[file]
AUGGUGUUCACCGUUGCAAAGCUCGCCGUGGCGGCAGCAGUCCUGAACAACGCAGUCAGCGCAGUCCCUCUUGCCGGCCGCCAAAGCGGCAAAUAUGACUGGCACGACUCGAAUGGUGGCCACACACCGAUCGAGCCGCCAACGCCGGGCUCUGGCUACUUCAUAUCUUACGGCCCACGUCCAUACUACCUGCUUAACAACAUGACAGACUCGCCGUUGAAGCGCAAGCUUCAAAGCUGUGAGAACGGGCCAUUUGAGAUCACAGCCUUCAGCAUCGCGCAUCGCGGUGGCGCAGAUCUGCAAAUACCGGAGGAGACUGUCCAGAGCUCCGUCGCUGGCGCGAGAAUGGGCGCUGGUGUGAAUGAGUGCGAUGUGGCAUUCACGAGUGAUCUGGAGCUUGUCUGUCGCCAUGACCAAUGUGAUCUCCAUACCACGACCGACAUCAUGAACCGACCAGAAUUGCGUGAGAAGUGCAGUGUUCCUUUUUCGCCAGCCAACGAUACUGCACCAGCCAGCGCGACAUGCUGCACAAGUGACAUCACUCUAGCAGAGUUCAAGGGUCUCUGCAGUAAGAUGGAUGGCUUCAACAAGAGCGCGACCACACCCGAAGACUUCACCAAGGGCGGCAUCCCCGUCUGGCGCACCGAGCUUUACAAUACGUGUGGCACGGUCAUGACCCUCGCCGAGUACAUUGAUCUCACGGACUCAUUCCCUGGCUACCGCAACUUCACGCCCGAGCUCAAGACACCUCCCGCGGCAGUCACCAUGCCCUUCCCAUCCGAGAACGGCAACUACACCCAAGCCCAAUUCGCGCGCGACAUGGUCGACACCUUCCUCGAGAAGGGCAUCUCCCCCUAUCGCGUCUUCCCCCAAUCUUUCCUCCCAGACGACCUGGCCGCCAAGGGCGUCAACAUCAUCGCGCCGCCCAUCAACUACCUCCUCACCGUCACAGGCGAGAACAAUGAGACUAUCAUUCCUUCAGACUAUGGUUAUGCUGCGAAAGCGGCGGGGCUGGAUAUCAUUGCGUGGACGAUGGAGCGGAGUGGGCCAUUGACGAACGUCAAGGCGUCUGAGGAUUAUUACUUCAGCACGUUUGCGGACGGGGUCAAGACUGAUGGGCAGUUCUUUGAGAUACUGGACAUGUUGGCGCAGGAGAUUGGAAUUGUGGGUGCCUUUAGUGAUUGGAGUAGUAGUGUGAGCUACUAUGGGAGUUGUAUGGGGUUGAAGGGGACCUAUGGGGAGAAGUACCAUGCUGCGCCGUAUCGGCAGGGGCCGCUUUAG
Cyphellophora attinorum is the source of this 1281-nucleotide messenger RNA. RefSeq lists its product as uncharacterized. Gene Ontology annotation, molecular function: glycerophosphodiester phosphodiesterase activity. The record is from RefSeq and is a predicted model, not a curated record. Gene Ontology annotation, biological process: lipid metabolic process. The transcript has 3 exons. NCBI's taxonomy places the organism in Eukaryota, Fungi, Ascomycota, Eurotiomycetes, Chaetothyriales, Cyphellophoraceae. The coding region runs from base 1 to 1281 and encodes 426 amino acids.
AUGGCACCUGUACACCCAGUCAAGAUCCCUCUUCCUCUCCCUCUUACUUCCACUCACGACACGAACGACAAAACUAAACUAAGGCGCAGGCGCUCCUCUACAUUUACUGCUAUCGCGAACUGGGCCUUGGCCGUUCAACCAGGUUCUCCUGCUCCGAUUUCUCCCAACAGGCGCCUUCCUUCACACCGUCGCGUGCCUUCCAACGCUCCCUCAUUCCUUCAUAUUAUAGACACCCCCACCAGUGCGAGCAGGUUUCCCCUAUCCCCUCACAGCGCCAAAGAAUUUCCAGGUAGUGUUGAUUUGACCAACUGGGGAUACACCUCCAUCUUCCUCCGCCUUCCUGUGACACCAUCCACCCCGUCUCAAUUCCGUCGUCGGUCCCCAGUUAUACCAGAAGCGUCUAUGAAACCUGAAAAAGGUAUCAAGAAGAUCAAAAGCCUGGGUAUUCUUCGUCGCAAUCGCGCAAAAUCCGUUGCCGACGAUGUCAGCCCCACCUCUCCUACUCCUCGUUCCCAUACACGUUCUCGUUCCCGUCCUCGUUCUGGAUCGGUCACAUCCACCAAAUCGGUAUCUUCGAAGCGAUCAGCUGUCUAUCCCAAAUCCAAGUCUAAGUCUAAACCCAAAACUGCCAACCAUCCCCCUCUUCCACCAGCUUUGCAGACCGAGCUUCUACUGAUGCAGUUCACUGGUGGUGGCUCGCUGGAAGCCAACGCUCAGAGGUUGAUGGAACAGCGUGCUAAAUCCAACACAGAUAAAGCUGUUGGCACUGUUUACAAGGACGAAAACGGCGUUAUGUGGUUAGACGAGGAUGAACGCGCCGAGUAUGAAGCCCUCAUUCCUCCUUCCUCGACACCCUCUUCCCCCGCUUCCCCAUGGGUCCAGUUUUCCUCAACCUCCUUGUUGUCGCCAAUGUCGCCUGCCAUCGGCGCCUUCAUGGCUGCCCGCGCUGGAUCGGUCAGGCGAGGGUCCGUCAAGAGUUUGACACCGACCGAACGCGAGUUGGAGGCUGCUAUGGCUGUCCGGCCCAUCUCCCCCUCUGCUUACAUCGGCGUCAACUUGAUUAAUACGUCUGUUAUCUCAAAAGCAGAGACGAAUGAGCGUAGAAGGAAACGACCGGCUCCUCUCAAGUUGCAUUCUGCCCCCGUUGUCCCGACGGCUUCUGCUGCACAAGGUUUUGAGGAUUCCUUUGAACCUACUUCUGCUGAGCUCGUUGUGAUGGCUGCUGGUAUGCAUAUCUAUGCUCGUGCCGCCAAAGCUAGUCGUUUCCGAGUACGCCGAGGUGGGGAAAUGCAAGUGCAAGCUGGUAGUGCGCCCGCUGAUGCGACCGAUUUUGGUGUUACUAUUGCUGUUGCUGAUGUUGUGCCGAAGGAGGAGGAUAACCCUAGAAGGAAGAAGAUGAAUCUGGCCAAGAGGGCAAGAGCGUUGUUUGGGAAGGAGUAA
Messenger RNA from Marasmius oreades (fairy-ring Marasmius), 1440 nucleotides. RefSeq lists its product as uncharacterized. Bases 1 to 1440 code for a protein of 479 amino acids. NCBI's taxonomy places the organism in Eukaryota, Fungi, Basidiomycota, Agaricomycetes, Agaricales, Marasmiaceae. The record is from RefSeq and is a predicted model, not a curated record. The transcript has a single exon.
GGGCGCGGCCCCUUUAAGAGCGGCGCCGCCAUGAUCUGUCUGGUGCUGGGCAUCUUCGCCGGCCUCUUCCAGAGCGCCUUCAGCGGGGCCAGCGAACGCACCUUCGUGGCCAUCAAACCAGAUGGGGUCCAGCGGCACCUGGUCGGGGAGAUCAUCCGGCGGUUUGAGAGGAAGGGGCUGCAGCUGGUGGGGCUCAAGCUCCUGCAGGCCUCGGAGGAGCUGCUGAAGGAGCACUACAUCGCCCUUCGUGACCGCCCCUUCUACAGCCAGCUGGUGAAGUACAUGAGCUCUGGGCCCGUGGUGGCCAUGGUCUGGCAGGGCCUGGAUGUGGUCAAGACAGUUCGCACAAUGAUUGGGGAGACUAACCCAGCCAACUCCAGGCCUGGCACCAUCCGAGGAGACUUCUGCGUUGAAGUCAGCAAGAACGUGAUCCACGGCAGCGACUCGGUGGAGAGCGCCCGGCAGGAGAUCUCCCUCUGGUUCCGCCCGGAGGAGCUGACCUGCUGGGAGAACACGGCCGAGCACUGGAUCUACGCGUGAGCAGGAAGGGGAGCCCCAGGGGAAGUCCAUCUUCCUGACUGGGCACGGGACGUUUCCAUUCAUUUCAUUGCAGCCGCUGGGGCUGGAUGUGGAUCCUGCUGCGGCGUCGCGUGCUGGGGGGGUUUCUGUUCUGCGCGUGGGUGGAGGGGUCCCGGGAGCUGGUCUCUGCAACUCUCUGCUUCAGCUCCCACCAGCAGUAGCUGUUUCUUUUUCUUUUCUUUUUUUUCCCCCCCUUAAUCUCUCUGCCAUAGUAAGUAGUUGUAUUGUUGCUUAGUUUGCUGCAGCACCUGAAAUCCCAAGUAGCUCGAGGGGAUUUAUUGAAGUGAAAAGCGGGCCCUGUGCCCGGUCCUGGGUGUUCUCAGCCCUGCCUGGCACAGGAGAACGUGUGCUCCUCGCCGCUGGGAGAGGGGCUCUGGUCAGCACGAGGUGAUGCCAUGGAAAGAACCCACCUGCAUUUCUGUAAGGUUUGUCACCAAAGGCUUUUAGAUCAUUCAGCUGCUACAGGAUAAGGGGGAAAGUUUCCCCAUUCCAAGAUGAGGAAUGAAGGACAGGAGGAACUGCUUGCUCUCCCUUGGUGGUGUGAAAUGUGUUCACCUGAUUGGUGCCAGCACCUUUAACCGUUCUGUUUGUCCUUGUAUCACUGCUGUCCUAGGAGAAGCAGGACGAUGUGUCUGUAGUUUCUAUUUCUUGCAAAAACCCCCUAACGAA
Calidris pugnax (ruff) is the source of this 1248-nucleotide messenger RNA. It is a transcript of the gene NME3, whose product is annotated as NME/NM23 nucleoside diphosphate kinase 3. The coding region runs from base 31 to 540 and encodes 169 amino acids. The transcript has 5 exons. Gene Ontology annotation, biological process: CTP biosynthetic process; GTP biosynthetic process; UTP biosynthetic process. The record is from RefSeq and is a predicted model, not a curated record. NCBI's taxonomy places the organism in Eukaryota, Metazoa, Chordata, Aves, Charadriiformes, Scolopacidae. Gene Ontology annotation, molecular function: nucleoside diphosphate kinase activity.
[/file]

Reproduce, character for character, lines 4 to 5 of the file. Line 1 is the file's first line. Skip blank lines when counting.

Messenger RNA from Marasmius oreades (fairy-ring Marasmius), 1440 nucleotides. RefSeq lists its product as uncharacterized. Bases 1 to 1440 code for a protein of 479 amino acids. NCBI's taxonomy places the organism in Eukaryota, Fungi, Basidiomycota, Agaricomycetes, Agaricales, Marasmiaceae. The record is from RefSeq and is a predicted model, not a curated record. The transcript has a single exon.
GGGCGCGGCCCCUUUAAGAGCGGCGCCGCCAUGAUCUGUCUGGUGCUGGGCAUCUUCGCCGGCCUCUUCCAGAGCGCCUUCAGCGGGGCCAGCGAACGCACCUUCGUGGCCAUCAAACCAGAUGGGGUCCAGCGGCACCUGGUCGGGGAGAUCAUCCGGCGGUUUGAGAGGAAGGGGCUGCAGCUGGUGGGGCUCAAGCUCCUGCAGGCCUCGGAGGAGCUGCUGAAGGAGCACUACAUCGCCCUUCGUGACCGCCCCUUCUACAGCCAGCUGGUGAAGUACAUGAGCUCUGGGCCCGUGGUGGCCAUGGUCUGGCAGGGCCUGGAUGUGGUCAAGACAGUUCGCACAAUGAUUGGGGAGACUAACCCAGCCAACUCCAGGCCUGGCACCAUCCGAGGAGACUUCUGCGUUGAAGUCAGCAAGAACGUGAUCCACGGCAGCGACUCGGUGGAGAGCGCCCGGCAGGAGAUCUCCCUCUGGUUCCGCCCGGAGGAGCUGACCUGCUGGGAGAACACGGCCGAGCACUGGAUCUACGCGUGAGCAGGAAGGGGAGCCCCAGGGGAAGUCCAUCUUCCUGACUGGGCACGGGACGUUUCCAUUCAUUUCAUUGCAGCCGCUGGGGCUGGAUGUGGAUCCUGCUGCGGCGUCGCGUGCUGGGGGGGUUUCUGUUCUGCGCGUGGGUGGAGGGGUCCCGGGAGCUGGUCUCUGCAACUCUCUGCUUCAGCUCCCACCAGCAGUAGCUGUUUCUUUUUCUUUUCUUUUUUUUCCCCCCCUUAAUCUCUCUGCCAUAGUAAGUAGUUGUAUUGUUGCUUAGUUUGCUGCAGCACCUGAAAUCCCAAGUAGCUCGAGGGGAUUUAUUGAAGUGAAAAGCGGGCCCUGUGCCCGGUCCUGGGUGUUCUCAGCCCUGCCUGGCACAGGAGAACGUGUGCUCCUCGCCGCUGGGAGAGGGGCUCUGGUCAGCACGAGGUGAUGCCAUGGAAAGAACCCACCUGCAUUUCUGUAAGGUUUGUCACCAAAGGCUUUUAGAUCAUUCAGCUGCUACAGGAUAAGGGGGAAAGUUUCCCCAUUCCAAGAUGAGGAAUGAAGGACAGGAGGAACUGCUUGCUCUCCCUUGGUGGUGUGAAAUGUGUUCACCUGAUUGGUGCCAGCACCUUUAACCGUUCUGUUUGUCCUUGUAUCACUGCUGUCCUAGGAGAAGCAGGACGAUGUGUCUGUAGUUUCUAUUUCUUGCAAAAACCCCCUAACGAA